Haunting photos capture the remnants of everyday life in Ukraine
Six months after Russia has invaded Ukraine, and on the 31st Independence Day of Ukraine commemorating their departure from the Soviet Union in 1991, we look at the result of the war and what remains...
Eerie paintings in shades of burnt sienna. Remnants of everyday life, frozen in a macabre stillness at the precise moment time stopped when Russian bombs rained down on residential dwellings in the liberated towns of Irpin and Borodianka. Exquisite light kisses the scorched palette. Baby cribs and wheelchairs. Charred cameras that once held tender family photos. A coffee cup sits on a table near a recliner, singed and flaking. A kitchen table holds food left uneaten. What were they cooking that last day of normal?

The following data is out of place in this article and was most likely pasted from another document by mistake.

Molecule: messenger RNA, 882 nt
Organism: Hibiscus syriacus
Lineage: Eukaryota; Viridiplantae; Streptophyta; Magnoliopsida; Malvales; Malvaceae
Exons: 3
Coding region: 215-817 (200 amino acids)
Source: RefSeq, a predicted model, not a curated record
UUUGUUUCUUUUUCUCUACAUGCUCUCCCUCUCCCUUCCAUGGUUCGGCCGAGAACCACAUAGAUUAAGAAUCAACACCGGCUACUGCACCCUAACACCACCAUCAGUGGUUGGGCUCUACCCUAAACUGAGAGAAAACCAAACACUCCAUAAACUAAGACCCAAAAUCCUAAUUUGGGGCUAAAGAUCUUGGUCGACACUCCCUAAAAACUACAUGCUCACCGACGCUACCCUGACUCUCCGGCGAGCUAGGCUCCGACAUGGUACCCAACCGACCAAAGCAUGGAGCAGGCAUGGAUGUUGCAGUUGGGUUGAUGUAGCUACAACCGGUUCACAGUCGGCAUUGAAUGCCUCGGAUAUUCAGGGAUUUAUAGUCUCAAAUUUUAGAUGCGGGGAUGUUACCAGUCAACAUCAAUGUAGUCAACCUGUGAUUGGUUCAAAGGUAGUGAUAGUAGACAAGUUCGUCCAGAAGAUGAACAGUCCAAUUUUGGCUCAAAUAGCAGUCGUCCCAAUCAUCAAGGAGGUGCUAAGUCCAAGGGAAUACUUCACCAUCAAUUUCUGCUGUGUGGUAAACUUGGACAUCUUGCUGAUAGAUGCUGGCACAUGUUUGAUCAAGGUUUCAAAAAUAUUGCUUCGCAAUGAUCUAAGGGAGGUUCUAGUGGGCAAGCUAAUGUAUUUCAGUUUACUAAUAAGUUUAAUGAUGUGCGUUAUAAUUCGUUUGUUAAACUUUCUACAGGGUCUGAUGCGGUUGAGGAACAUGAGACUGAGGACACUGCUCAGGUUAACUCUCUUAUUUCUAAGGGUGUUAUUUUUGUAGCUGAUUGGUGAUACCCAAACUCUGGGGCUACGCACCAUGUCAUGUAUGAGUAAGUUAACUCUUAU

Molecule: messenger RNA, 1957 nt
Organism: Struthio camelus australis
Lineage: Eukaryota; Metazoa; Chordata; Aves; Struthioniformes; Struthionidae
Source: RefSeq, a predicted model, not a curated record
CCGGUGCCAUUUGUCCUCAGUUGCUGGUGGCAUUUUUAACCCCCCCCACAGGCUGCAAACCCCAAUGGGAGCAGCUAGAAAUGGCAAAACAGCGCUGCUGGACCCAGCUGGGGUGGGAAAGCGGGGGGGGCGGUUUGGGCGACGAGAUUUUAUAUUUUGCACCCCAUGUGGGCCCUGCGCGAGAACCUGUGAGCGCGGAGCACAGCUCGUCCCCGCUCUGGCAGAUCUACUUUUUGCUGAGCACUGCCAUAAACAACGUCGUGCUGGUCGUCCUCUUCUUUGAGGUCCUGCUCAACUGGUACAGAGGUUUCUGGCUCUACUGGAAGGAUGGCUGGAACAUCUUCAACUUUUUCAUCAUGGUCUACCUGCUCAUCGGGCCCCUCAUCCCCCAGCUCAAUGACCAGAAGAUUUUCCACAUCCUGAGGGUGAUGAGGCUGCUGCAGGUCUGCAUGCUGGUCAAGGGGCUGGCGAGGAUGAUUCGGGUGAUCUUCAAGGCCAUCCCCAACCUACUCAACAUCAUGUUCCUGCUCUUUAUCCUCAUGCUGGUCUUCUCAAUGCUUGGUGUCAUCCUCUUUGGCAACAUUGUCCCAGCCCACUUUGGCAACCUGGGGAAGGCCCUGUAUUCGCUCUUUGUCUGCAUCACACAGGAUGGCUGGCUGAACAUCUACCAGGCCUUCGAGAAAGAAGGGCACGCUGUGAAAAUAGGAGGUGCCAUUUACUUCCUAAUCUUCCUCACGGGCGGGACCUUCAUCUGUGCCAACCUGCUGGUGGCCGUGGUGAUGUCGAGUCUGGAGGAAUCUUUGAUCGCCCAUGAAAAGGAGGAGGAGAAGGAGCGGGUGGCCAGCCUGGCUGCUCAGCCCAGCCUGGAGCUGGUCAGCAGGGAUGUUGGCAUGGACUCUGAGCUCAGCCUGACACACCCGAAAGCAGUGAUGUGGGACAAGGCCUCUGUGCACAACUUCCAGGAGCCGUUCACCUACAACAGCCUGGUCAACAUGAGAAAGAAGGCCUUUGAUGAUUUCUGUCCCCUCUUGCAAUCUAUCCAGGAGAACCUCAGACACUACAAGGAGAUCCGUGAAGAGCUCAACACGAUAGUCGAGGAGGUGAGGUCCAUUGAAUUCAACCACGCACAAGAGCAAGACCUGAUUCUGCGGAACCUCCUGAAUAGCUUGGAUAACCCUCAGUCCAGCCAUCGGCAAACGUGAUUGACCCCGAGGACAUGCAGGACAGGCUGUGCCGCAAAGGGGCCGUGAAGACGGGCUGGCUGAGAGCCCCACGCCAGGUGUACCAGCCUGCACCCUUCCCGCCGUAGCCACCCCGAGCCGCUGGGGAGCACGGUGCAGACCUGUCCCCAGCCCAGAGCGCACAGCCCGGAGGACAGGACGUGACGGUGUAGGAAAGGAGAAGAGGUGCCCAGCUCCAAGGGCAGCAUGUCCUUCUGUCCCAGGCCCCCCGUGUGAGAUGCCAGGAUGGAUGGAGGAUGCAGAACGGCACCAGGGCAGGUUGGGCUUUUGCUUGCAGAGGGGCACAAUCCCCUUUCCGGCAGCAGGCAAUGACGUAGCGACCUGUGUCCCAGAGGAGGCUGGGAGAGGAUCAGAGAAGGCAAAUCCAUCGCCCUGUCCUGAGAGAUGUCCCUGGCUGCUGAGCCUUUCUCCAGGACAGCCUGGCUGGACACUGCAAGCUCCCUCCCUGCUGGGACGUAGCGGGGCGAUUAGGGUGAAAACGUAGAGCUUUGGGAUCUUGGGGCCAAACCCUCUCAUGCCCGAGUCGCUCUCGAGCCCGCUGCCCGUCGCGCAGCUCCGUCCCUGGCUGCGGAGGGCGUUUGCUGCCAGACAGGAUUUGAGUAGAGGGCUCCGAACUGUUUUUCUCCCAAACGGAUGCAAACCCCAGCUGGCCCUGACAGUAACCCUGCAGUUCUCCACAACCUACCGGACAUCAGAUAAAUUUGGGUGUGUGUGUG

Lives led, now put on hold. Or extinguished. Precious mementoes reduced to dust. Twisted metal, empty chairs, melted microwaves. Too painful to ponder what the power of these weapons of destruction does to human flesh at the point of impact.
Civilian things. Not the stuff of combatants. Humanity's hopes, dreams, loves — in war, they are merely "collateral damage."
A popular cat café, once the scene of camaraderie and conversations over cappuccinos, lies in ruins. Broken glass becomes a metaphor for shattered lives. Survivors, saved from the bombardment by a fickle destiny of circumstance, visit in bittersweet homecomings to pick through pieces of their former reality.
Others will never return. Their life's breath now a faded memory among cherished keepsakes scattered in living rooms of ash.
Carol Guzy is a 4-time Pulitzer Prize winning photographer for her work in Haiti, Kosovo and Colombia. She worked as a staff photographer at the Miami Herald from 1980 - 1988 and at The Washington Post from 1988 - 2014. She is currently a contract photographer for Zuma Press. Follow Carol on Instagram.
NPR Visuals Producer Grace Widyatmadja photo edited this story.
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